A recent study in the journal Ecography by an international team of researchers now offers the by far most comprehensive model comparison ever made, comparing the performance of 16 methods over 226 species from 6 regions of the world.

Gladstone scientists prove neurons produce Alzheimer's-linked apolipoprotein E
A question long debated among Alzheimer's disease researchers has been definitively answered by scientists at the Gladstone Institute of Neurological Disease in San Francisco.

MSKCC received record gift of $100 million from Mortimer B. Zuckerman for cancer research facility
MSKCC today announced a major commitment from publisher, real estate developer, and MSKCC Board member Mortimer B.

Wasps queue for top job
Scientists at UCL (University College London) have discovered that even wasps are driven by their status.

Space technology to help hospitals contain spread of avian flu infection
In response to concerns from hospitals to prepare for eventual pandemic flu outbreaks, the French company AirInSpace, with support from ESA's Technology Transfer Programme, has successfully adapted technology developed to protect astronauts for use in critical care centres to protect immune-deficient patients against airborne pathogens such as the avian flu virus.

Heart Rhythm Society to host first ever live remote ablation demonstration
The Heart Rhythm Society will host a remote atrial fibrillation ablation demonstration as part of a certified medical education (CME) course at Heart Rhythm 2006, the Society's annual scientific sessions, at the Boston Convention and Exhibition Center on Wednesday, May 17, 2006.

Nanotechnology shows early promise to treat cardiovascular disease
A new tactic in the battle against cardiovascular disease - employing nanoengineered molecules called

Scientists reveal fate of Earth's oceans
Scientists at The University of Manchester have uncovered the first evidence of seawater deep inside the Earth shedding new light on the fate of the planet's oceans, according to research published in Nature (May 11, 2006).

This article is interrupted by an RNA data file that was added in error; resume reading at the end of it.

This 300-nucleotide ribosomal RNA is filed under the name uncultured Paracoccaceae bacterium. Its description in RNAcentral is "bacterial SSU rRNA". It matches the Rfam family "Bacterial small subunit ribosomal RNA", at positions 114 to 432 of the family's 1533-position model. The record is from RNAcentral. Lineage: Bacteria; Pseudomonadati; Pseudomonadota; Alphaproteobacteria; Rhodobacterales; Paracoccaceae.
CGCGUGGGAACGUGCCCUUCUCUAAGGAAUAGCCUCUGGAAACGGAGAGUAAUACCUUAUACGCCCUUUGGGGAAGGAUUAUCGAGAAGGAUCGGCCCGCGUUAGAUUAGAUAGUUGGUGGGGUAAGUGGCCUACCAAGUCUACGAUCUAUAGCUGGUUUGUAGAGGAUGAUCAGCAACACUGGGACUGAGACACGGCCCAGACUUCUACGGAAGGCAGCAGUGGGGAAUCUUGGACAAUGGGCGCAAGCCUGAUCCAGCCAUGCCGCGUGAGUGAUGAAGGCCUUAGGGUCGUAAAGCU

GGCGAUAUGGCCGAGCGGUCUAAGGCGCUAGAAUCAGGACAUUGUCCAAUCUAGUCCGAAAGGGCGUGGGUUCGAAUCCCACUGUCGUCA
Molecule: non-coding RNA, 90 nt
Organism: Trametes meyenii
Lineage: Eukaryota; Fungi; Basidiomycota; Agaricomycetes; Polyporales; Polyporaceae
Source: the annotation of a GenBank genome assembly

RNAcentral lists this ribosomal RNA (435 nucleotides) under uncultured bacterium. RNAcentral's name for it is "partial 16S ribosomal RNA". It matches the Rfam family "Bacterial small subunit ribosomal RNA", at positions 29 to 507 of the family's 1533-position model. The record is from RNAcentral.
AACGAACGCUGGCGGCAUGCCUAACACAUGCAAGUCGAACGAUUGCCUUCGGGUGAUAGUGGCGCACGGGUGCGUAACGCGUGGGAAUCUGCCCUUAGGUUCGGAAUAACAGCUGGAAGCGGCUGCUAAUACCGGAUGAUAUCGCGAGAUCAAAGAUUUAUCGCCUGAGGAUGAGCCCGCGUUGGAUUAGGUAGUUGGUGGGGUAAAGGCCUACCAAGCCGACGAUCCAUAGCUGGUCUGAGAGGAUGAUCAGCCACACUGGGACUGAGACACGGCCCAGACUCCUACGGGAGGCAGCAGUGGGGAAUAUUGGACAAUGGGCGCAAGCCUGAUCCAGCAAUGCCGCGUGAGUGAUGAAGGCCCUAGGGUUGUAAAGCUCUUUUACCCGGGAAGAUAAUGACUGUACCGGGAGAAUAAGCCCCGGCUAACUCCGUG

Victims of rape, especially children, failed by lack of referral centres and experienced doctors
A study published in the latest issue of the Journal of Clinical Forensic Medicine examined the availability of Sexual Assault Referral Centres (SARCs) in the UK and compared their services with each other and with non-SARC police victim examination suites.

Help for elderly people to spark new research ideas
New technologies and services can help elderly and disabled people live longer at home.

Our racial identity affects who we see
The speed with which we see others is influenced by race, according to a study published in the current issue of Psychological Science.

Study provides new understanding of spontaneous hybridization
Plant and animal breeders have long used hybridization to transfer useful traits between species.

Fuel cells: Government supports general hydrogen at Vancouver Airport
Canada's airports will soon be using cutting-edge, environmentally friendly technologies.

Perfect timing: Cardiologists meet in Chicago during May's National Stroke Awareness Month
Just in time for National Stroke Awareness Month, more than a thousand leading interventional cardiologists will gather in Chicago for the Society for Cardiovascular Angiography and Interventions (SCAI) 29th Annual Scientific Sessions, May 10-13.

Evolving Issues in the Prevention and Treatment of Influenza: A media forum
The National Foundation for Infectious Diseases is convening a forum for media to hear from and interact with the nation's leading experts on challenges and issues surrounding influenza prevention and treatment.

Presidents, Pulitzer Prize winners join UH prof in high honor
Joining past US presidents and Pulitzer Prize winners, Martin Golubitsky, a University of Houston mathematician, has been elected to the American Academy of Arts and Sciences.

Art of Science exhibit opens at Princeton
Princeton University's second annual

Hospital inputs Shipman death rates to see how fast audit system would raise the alarm
A leading heart hospital added virtual deaths, based on the murders of the serial killer Dr Harold Shipman, into its clinical audit system to see how quickly the unexplained deaths would alert staff.

UCSF Institute for Regeneration Medicine receives gift from Dolbys
Ray and Dagmar Dolby have donated $16 million to the University of California, San Francisco, in support of the construction of a proposed research building.

Pollutant haze heats the Arctic
Arctic climate already is known to be particularly prone to global warming caused by industrial and automotive emissions of carbon dioxide and other greenhouse gases.

The higher the hierarchy, the greater the aggression
Individual variation in social behavior is one of the most striking features of cooperative animal societies.

New Supercomputing Center to advance the science of nanotechnology
Rensselaer Polytechnic Institute, in collaboration with IBM and New York state, has announced a $100 million partnership to create the world's most powerful university-based supercomputing center, and a top 10 supercomputing center of any kind in the world.